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Man shot while defending others at Capitol Hill protest is focused on bringing change

Dan Gregory was called a hero after he stepped up to stop a man in a car that was driving toward protesters in Seattle's Capitol Hill last weekend.

SEATTLE — With his mom by his side, Dan Gregory, talked about the frightening moment when he saw a car coming right toward him and other protesters, and the quick action he felt he had to take.

"It was one goal and one goal only, stop that car," Gregory said.

Video that has been posted on social media shows protesters at 11th Avenue and East Pine Street on Sunday. A black sedan drives right toward the crowd.

"Thank God his window was down because if his window wasn't down I don't know how I would have got to that steering wheel," said Gregory.

He says he grabbed the wheel to slow down the vehicle, and punched the driver, Nikolas Fernandez.

"I didn't stop. I had to keep going to get that guy, because I didn't want anything bad to happen to those people," Gregory said as he choked back tears.

According to the statement in probable cause documents, Fernandez was driving in the area of the protests and thought he could get through the crowd. Fernandez reportedly said that protesters started kicking his car and tried to grab him. He was "fearing for his life."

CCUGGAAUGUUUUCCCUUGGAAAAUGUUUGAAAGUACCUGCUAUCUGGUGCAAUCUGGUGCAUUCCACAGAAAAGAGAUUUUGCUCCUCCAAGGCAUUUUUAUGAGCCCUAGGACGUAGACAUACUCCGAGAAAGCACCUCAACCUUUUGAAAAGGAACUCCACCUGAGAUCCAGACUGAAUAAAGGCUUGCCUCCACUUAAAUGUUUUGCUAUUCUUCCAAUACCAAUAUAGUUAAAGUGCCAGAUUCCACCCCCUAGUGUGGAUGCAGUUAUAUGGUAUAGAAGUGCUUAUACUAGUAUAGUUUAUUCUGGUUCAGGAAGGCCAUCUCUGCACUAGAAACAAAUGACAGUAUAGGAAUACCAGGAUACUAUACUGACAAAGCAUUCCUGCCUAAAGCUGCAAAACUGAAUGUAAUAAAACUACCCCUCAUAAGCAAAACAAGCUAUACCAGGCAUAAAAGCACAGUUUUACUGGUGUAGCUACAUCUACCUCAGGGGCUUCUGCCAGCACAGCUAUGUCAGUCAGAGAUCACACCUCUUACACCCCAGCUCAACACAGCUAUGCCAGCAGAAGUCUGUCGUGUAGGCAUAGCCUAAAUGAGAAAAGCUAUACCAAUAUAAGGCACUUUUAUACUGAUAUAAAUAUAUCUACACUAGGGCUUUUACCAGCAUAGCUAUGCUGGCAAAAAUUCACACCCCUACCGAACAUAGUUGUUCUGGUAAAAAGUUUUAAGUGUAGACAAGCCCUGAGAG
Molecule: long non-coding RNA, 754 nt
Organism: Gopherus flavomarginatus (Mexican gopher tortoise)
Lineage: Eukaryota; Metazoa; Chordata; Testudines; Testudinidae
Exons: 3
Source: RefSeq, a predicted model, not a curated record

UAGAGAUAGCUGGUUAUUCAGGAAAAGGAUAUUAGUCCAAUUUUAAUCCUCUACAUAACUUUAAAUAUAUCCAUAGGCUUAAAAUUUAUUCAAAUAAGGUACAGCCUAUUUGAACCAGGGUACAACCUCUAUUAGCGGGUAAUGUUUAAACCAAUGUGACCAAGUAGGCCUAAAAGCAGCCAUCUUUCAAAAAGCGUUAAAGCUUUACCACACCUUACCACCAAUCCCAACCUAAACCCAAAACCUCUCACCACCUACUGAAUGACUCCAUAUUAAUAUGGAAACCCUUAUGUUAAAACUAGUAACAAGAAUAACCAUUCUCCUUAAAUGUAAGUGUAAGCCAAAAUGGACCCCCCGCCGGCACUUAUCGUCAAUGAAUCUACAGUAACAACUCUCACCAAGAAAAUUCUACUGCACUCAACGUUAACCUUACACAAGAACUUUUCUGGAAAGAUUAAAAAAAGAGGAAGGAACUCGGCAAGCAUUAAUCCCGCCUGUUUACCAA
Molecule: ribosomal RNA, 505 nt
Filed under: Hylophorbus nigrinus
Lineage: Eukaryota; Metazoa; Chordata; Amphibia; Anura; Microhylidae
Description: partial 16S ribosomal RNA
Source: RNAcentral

Fernandez was armed and fired a single shot at Gregory before turning himself in to police. 

RELATED: Felony assault charge for Seattle man accused of shooting protester after driving into crowd

Gregory's mom, Della, who lives on the East Coast, received a call from her friend the next morning, alerting her that there had been a shooting. She rushed to Seattle to be by her son's side.

"We could have been having a whole different conversation right now, but because of the grace of God, he was hit here, and not here," said Della, referencing how the bullet missed her son's chest and hit his upper right arm instead.

She says their family has a long history in law enforcement. She was a police dispatcher. Dan's late father was a police officer in Baltimore.

"Despite that background, he believes strongly in the cause of Black Lives Matter and wanted to protest," attorney Karen Koehler said.

Koehler added that Gregory told her that he sees a broken system.

After everything that has happened, he is still focused on bringing change.

"I feel like it is a curse and a blessing at the same time that I had to get injured to be able to get my word across, but what my word is is to go vote," said Gregory.

As for the risk he took, Gregory says he had to in order to save lives. He is expected to make a full recovery.

As for Fernandez, his arraignment is scheduled for June 24. 

RELATED: Protesters remove barricade at Seattle's East Precinct on Capitol Hill

RELATED: Seattle police making changes after officers, protesters clash in Capitol Hill

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